For the marketing types at cloud computing providers such as Amazon Web Services and Microsoft Azure, the holy grail is known as "five nines"—99.999 percent availability. It's a term that means when you pay them big bucks to host your website, internet service, or to store data in their cloud, it is guaranteed, contractually, to be available 99.999 percent of the time.
This is known in the industry as "high availability." An uptime of 99.999 percent equates to downtime of just 5.26 minutes a year. Customers, such as those affected by today's Amazon S3 storage outage, sign contracts called Service Level Agreements (SLAs) which guarantee they'll be receiving the highest availability possible.
The glaring issue here is that the guaranteed level is not 100 percent, and it never will be. Even Amazon's S3 only offers four nines (99.99 percent) availability, and has to dish out free cloud computing credits to customers that don't receive this level of service.
Time and time again it is proven that cloud computing outages can and will happen, forcing businesses offline and potentially causing their customers sizable chunks of lost revenue, and perhaps even starving their pets. Even today's relatively minor outage meant that Motherboard was unable to upload images into our CMS, which allows us to publish our stories online.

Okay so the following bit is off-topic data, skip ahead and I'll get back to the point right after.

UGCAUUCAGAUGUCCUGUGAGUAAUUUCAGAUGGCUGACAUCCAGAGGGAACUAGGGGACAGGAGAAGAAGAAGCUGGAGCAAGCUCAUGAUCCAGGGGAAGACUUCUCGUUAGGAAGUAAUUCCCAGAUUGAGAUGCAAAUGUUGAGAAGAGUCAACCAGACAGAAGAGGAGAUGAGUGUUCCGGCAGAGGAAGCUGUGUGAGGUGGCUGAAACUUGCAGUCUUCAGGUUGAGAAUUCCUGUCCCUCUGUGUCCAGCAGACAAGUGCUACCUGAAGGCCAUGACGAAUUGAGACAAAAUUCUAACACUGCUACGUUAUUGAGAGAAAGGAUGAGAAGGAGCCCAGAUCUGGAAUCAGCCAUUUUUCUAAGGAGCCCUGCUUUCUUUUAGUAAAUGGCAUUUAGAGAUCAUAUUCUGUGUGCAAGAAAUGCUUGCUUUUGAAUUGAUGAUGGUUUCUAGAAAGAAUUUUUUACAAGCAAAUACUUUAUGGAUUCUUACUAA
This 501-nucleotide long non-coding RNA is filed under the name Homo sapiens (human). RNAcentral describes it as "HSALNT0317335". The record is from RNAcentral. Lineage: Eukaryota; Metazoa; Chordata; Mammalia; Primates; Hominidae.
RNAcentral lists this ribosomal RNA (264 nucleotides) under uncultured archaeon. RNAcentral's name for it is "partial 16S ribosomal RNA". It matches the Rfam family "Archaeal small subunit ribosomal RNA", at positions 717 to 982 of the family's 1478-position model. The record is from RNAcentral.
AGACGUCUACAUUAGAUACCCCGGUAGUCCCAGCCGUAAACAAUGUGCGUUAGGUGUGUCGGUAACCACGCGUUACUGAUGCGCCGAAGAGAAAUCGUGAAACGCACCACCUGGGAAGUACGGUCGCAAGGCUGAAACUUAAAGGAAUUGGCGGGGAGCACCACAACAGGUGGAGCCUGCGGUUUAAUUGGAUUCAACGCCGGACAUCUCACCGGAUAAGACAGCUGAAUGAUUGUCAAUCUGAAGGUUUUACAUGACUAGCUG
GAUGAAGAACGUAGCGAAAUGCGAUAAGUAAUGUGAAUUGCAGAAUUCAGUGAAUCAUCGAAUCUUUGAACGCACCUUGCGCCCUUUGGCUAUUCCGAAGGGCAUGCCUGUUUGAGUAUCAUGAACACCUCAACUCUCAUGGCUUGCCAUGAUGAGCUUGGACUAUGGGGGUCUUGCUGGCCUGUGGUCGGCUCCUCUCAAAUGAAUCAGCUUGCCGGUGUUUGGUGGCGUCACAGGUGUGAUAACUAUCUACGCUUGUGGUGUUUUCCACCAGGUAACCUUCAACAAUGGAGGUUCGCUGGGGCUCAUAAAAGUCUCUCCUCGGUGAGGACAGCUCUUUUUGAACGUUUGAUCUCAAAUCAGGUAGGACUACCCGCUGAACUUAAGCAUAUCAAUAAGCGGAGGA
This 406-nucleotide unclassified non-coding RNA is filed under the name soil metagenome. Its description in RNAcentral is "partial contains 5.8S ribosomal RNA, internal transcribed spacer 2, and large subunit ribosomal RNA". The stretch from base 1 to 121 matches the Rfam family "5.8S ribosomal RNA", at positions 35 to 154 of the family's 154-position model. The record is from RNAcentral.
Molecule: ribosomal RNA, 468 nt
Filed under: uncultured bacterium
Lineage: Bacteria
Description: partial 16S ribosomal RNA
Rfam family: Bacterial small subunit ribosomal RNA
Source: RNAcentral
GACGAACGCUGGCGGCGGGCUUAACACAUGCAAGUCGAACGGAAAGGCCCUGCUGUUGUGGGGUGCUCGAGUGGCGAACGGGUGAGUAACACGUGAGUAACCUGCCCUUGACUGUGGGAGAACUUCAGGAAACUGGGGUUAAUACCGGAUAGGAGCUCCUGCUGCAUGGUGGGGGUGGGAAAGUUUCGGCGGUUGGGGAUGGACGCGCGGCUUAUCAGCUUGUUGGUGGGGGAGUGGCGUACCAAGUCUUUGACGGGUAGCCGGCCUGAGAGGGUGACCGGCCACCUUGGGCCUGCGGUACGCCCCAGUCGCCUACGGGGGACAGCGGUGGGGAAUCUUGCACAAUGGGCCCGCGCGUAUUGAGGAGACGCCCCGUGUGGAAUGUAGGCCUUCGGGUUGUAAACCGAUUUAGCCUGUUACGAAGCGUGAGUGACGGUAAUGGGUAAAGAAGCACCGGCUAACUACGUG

Amazon's S3 storage service effectively hosts images for thousands upon thousands of websites, including chat app Slack and yes, Vice. Today the issue is with its US-EAST-1 region, which is situated in Virginia. But Amazon's cloud services have gone down before.
Indeed, even through three years of reporting industry news on cloud computing, not a single company executive would admit this to me, however. They'd harp on about redundancy regions (back up data centers, essentially), or evangelize about their bombproof servers. But it's just not true: technical problems will always be a part of a technology, and as the world shifts more of its computing power online, rather than on a disk under a desk, the more even the most trivial of outages will cause major problems.
I guess the lesson here, like so many other industries, is not to put all of your eggs in one basket. Huge cloud players, led by Amazon Web Services, Microsoft Azure, and Google Cloud, are scrabbling over each other to host as many customers as possible—perhaps it's best there will always be competition. And as we put more of our "things" in the Internet of (Hackable) Things, the costs of these outages continues to rise. It's going from "the internet is down" to "oh shit, the internet is in all of my stuff, and now they're down."